What We Should Do When Tragedy Strikes

Description

Inaction or noninvolvement is not acceptable when tragedy strikes.

Last month I asked “Where God is in the midst of tragedies?” This month I will address “What should we do when tragedy strikes?” How should we respond, in the midst of tragedy such as death, loss, financial or marriage crises?

Several Scriptures come to my mind immediately. At the heart of them all is James 2:17: “. . .faith, if it does not have works, is dead.” In other words, inaction or noninvolvement is not acceptable when tragedy strikes.

In 1 John 3:18, John urges, “My little children, let us not love in word or in tongue, but in deed and in truth. . .” The verse that precedes this concise statement reads, “. . .whoever has this world’s goods, and sees his brother in need [often with great tragedy], and shuts up his heart from him, how does the love of God abide in him?” Tragedy, in another’s life, must bring an immediate and meaningful involvement in sharing a “solution” to their tragedy.

James is even more specific about the necessity of our involvement. He takes us back to Abraham as his example:

“. . .do you want to know, O foolish man, that faith without works is dead? Was not Abraham our father justified by works when he offered Isaac his son on the altar? Do you see that faith was working together with his works, and by works faith was made perfect?” (James 2:20-22).

He concludes that “. . .as the body without the spirit is dead, so faith without works is dead also. . .Therefore, to him who knows to do good and does not do it, to him it is sin” (James 2:26; 4:17).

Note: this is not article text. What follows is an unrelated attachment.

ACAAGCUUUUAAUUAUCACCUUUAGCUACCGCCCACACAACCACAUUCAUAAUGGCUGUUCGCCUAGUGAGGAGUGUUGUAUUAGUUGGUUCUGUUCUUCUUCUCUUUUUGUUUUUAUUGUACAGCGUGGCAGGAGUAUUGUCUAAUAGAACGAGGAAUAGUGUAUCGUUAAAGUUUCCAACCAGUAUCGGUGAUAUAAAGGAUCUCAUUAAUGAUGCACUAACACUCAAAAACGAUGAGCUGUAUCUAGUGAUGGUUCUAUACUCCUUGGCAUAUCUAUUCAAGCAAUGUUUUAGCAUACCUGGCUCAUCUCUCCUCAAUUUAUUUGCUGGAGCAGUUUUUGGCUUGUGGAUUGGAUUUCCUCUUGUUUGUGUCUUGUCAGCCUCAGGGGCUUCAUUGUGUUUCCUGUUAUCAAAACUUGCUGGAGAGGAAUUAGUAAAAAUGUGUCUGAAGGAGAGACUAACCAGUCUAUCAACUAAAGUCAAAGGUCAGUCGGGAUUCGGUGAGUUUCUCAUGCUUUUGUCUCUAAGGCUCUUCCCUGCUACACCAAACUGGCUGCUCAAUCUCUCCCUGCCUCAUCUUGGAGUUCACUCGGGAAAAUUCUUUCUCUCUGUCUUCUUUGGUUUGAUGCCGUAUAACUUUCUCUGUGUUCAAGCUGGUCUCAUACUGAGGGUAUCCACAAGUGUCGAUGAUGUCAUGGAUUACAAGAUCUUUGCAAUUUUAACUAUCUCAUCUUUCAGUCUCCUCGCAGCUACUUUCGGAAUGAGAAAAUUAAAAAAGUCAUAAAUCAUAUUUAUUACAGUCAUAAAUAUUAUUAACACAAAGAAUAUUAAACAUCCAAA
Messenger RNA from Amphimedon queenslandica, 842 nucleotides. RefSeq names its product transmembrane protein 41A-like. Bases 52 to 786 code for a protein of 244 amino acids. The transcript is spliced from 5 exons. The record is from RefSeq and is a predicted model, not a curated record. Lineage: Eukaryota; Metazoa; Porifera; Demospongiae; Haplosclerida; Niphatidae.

When tragedy or need is present, we must respond with real deeds of love, even as Jesus does with our lives. Paul was aware that when God saved him God put His Love in him, and it was impossible for him not to love others, or for God not to be loving others in their times of need – through Him. Paul says: “. . . by the grace of God I am what I am, and His grace toward me was not in vain; but I labored more abundantly than they all, yet not I, but the grace of God which was with me” (1 Corinthians 15:10).

Paul was aware that God Himself was working in and through and around his life. Therefore, knowing God was working so thoroughly, Paul labored significantly, even more than those around him. God had shaped his life and given him a heart to love as he had been loved. He did not receive such grace of God “in vain” but responded immediately so that he was in a place where his life could make a difference to others.

This is the pattern for each of us. In the workplace, in the church, in our family, and in our community we will always become a part of “tragedy". When we do, we must respond with the love of Christ to alleviate the hurt, pain and loss of others. It is a choice we make, and God is observing how we are choosing to respond. May He be pleased with what He sees!

 

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